National Archive recommends removing 'charters of freedom' description
‘A trigger warning for the Constitution’: Fury as woke National Archives adds ‘harmful language alert’ to America’s founding documents
- Critics slam ‘trigger warning’ attached to nation’s founding documents
- ‘Harmful Language Alert’ label seen on web site of the National Archives
- Label attached to web sites hosting Constitution, Declaration of Independence
- This year, racism task force hired by National Archives issued 100-page report
- Task force formed last year in wake of police-involved killing of George Floyd
- One of the recommendations was to warn of ‘harmful content’ in historic texts
- Task force also said that famous Rotunda bore hallmarks of ‘structural racism’
- Changes sparked furious reaction online from current and ex-GOP officials
The National Archives has added a ‘harmful language alert’ label on the nation’s founding documents including the Constitution and the Declaration of Independence as part of a new ‘anti-racism’ policies put in place by a task force.
The move by the institution, which is also considering retiring the term ‘charters of freedom’ since the founding documents did not grant liberty to everyone, has prompted furious reactions online.
The agency implemented the new policy as per the recommendation of an anti-racism task force that was named last year after the police-involved death of George Floyd in Minneapolis.
Earlier this year, the task force produced a 100-page report blasting its own headquarters’ Rotunda for ‘structural racism’ over paintings it displays which are said to depict the United States’ white founding fathers in too positive a light.
According to the authors, the Rotunda’s famed murals depicting scenes such as the sighting of the Declaration of Independence and Constitution are insufficiently tempered with depictions of Native Americans being driven off their land by settlers.
The National Archives has added a ‘harmful language alert’ label on the nation’s founding documents including the Constitution (above) – as per the recommendations of an anti-racism task force that was formed last year in the wake of George Floyd’s police-involved death
The label was also added to the web page that leads visitors to the Declaration of Independence
The Constitution, the Declaration of Independence, and the Bill of Rights are considered the ‘charters of freedom’ – though the National Archives is considering retiring the term
Included in the task force’s report is a spreadsheet of terms that it describes as ‘legacy descriptions that use racial slurs and harmful language to describe BIPOC (black, indigenous, and people of color) communities’, which it claims are further examples of structural racism.
According to the spreadsheet, words like ‘crippled,’ and ‘illegal alien’ should be removed and avoided being used again.
lt also highlights the use of offensive anti-Asian slurs used throughout the archive, and recommends adding a ‘trigger warning’ about texts containing words, to ‘forewarn audiences of content that may cause intense physiological and psychological symptoms.’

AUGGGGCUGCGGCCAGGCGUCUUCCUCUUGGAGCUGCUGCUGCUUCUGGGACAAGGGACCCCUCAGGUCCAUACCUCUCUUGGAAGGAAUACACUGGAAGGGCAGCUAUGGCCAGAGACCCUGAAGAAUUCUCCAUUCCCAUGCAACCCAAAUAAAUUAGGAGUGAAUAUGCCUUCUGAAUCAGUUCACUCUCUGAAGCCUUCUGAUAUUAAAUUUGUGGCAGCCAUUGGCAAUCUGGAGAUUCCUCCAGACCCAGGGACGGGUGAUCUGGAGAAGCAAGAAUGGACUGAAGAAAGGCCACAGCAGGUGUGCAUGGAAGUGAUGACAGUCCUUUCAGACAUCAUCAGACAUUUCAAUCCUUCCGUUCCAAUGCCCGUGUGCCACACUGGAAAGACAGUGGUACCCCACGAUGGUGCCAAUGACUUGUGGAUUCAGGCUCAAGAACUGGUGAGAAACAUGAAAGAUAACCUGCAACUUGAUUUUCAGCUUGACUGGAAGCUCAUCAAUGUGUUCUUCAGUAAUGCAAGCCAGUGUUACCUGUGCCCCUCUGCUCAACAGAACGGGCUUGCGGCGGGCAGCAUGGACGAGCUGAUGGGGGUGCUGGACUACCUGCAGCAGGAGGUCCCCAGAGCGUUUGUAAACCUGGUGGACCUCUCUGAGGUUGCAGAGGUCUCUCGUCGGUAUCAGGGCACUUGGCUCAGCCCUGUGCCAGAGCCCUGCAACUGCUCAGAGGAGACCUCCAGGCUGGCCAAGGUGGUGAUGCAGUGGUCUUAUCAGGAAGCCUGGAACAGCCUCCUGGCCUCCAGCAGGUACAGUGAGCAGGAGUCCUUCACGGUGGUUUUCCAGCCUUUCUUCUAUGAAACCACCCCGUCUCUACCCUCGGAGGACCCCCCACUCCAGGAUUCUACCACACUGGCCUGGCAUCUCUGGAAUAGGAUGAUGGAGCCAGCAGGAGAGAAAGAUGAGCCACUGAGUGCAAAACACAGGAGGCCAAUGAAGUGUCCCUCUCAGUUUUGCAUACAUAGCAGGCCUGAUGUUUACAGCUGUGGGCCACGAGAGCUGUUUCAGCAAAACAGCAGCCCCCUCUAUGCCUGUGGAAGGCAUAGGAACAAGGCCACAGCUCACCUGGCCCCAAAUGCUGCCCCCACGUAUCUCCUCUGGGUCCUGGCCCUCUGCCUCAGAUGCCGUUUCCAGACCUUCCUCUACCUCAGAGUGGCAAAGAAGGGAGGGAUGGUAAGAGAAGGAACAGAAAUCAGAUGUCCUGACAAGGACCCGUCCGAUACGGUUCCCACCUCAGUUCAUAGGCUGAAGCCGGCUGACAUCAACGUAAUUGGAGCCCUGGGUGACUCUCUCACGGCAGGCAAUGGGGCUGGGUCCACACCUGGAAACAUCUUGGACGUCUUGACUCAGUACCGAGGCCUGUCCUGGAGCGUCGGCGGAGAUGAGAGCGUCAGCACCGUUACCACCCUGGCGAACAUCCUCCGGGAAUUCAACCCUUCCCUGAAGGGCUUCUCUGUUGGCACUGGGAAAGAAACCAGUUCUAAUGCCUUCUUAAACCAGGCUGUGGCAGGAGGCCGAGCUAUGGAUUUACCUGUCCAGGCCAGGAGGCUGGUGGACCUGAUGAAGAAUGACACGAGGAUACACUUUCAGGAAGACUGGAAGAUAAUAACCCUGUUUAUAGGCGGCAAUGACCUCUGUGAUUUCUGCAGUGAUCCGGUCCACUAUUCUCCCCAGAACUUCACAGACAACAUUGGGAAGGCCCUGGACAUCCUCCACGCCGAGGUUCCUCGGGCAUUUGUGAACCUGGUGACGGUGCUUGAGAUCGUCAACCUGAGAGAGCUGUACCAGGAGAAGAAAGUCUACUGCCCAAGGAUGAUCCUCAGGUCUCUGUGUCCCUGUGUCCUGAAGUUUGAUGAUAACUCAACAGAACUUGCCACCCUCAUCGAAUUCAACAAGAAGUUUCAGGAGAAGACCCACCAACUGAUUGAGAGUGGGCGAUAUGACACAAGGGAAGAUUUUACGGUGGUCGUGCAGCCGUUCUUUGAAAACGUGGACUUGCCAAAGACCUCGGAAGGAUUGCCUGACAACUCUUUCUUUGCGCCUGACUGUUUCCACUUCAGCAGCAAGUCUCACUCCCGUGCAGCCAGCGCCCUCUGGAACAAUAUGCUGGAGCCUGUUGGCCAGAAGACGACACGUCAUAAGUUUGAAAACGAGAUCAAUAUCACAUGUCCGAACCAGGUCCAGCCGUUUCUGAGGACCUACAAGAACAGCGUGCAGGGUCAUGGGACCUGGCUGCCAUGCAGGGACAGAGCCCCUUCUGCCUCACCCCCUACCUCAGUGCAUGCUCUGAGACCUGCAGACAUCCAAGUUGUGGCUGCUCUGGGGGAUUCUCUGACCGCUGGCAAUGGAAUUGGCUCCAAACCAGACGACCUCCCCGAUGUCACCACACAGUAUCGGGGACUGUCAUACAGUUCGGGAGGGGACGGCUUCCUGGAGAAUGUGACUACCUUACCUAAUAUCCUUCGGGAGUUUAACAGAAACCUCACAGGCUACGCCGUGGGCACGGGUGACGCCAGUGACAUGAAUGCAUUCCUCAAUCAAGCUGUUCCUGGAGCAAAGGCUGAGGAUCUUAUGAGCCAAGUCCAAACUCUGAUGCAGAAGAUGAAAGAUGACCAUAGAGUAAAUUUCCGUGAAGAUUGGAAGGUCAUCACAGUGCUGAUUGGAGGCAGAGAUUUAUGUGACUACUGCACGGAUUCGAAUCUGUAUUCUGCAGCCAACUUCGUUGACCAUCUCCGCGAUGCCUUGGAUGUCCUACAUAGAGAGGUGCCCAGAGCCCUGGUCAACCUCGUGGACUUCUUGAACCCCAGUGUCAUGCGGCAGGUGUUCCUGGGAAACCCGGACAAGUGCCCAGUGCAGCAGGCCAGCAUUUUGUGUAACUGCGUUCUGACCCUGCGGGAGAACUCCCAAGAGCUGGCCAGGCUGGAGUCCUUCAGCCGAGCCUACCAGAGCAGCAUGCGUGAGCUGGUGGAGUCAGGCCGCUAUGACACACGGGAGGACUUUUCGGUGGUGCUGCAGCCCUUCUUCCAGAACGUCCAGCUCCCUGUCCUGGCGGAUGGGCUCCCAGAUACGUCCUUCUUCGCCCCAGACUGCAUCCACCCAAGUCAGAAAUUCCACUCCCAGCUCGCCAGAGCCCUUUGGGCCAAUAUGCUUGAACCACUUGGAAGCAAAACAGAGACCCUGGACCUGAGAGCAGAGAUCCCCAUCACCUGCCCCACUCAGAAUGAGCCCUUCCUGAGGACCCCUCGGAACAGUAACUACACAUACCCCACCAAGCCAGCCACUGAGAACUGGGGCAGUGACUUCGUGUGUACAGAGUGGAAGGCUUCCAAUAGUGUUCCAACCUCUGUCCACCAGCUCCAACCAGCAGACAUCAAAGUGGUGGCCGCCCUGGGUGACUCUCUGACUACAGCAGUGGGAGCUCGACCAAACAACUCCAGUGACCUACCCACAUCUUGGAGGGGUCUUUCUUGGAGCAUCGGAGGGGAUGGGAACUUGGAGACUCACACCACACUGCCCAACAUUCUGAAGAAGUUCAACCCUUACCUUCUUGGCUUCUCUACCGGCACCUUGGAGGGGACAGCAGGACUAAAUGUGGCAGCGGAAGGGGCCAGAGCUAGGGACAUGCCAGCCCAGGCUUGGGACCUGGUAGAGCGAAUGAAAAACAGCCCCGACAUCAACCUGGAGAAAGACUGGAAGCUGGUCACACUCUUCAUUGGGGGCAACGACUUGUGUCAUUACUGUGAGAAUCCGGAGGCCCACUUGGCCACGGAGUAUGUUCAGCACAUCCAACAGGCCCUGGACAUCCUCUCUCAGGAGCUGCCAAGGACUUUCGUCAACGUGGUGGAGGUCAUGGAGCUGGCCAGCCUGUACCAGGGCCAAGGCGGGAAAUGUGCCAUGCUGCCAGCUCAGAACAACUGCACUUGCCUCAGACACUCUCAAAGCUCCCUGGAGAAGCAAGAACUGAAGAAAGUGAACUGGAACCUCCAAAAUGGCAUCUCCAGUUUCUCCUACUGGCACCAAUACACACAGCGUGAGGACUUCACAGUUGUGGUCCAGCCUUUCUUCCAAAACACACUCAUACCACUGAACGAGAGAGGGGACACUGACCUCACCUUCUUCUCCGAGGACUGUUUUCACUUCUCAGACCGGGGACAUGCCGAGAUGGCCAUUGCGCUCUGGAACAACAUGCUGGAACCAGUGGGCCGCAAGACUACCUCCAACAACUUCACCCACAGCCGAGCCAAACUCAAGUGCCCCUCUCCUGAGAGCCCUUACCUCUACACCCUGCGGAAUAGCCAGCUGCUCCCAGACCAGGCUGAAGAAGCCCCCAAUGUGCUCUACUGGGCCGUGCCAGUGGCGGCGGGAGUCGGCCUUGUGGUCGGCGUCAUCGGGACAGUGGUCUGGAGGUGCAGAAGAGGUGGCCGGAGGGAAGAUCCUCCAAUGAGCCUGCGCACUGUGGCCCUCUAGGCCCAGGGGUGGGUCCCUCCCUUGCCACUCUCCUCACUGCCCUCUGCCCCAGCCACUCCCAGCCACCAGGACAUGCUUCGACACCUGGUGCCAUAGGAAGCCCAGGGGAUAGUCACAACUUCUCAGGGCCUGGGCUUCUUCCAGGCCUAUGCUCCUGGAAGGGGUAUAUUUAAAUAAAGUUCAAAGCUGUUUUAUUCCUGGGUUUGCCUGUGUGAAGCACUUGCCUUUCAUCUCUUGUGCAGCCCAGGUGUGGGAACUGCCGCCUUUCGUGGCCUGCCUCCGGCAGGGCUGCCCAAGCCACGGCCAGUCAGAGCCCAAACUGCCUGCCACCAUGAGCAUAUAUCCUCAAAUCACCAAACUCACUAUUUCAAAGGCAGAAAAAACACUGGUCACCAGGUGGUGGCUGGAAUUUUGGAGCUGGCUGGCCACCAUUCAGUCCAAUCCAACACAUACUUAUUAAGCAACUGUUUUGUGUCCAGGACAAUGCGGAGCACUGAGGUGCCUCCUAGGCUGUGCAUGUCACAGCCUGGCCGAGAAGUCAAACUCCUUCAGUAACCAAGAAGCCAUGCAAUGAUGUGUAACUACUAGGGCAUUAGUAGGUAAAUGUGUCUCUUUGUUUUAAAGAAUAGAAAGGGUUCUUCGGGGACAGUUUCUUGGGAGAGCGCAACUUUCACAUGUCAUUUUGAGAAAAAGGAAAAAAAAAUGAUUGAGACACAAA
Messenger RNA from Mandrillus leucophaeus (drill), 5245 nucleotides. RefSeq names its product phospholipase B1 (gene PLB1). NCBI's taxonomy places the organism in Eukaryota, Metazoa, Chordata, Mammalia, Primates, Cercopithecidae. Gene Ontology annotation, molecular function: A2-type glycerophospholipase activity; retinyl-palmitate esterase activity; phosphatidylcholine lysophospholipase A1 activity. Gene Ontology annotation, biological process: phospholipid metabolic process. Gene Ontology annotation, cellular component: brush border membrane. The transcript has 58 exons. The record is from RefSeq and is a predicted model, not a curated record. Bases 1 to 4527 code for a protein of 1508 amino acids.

That means anyone who clicks into the section containing the PDF versions of the country’s founding documents will see a warning that they ‘contain harmful language that reflects attitudes and biases of their time.’
House Rep. Lauren Boebert, a Republican from Colorado, tweeted: ‘The National Archives have now put a disclaimer on their website that our historical documents may include Harmful Content. They even slapped this warning on the Constitution. We tried to tell you the Left wanted to get rid of it!’
Ken Cuccinelli, a former Trump administration official, tweeted: ‘What are we becoming? Now the National Archives posts a “Harmful Language Alert” on its website when you pull up the U.S. Constitution?! Are you kidding me?’
Another Twitter user commented: ‘The National Archives issued a blanket “warning” on cataloged documents, cautioning readers against “racist, sexist, misogynistic, and xenophobic opinions.” The “documents” are the Declaration of Independence and the Constitution…. Wake the f*** up!’
Curtis Houck, a Washington, DC-based journalist, tweeted: ‘Today in “Why I hate Washington…”’
Cody Wisniewski tweeted: ‘This is directly from the National Archives catalog. A “Harmful Language Alert” overtop the U.S. Constitution. This is what we’ve come to. I hope you’re paying attention.’
Dan McLaughlin tweeted that the nation’s founding documents were indeed ‘harmful’ – ‘harmful to tyrants’
Another former Trump administration official, Tim Murtaugh, tweeted: ‘I thought this had to be a joke or a hoax when I first heard about it. But, no, it’s true. The National Archives has slapped a “Harmful Language Alert” on the U.S. Constitution. Astounding.’
Former prosecutor John Malcolm tweeted that the move by the National Archives was ‘outrageous’
Mike Gonzalez, a former official in the George W. Bush administration, tweeted: ‘The National Archives has added a trigger warning to the Declaration of Independence. Have you had enough of this nonsense yet, America?’
A link attached to the label takes a user to the NARA’s ‘statement on potentially harmful content.’
‘The Catalog and web pages contain some content that may be harmful or difficult to view,’ the statement reads.
‘NARA’s records span the history of the United States, and it is our charge to preserve and make available these historical records.
‘As a result, some of the materials presented here may reflect outdated, biased, offensive, and possibly violent views and opinions.
‘In addition, some of the materials may relate to violent or graphic events and are preserved for their historical significance.
‘The National Archives is committed to working with staff, communities, and peer institutions to assess and update descriptions that are harmful and to establish standards and policies to prevent future harmful language in staff-generated descriptions.’
The NARA says that some of the historical documents may ‘reflect racist, sexist, ableist, misogynistic/misogynoir, and xenophobic opinions and attitudes.’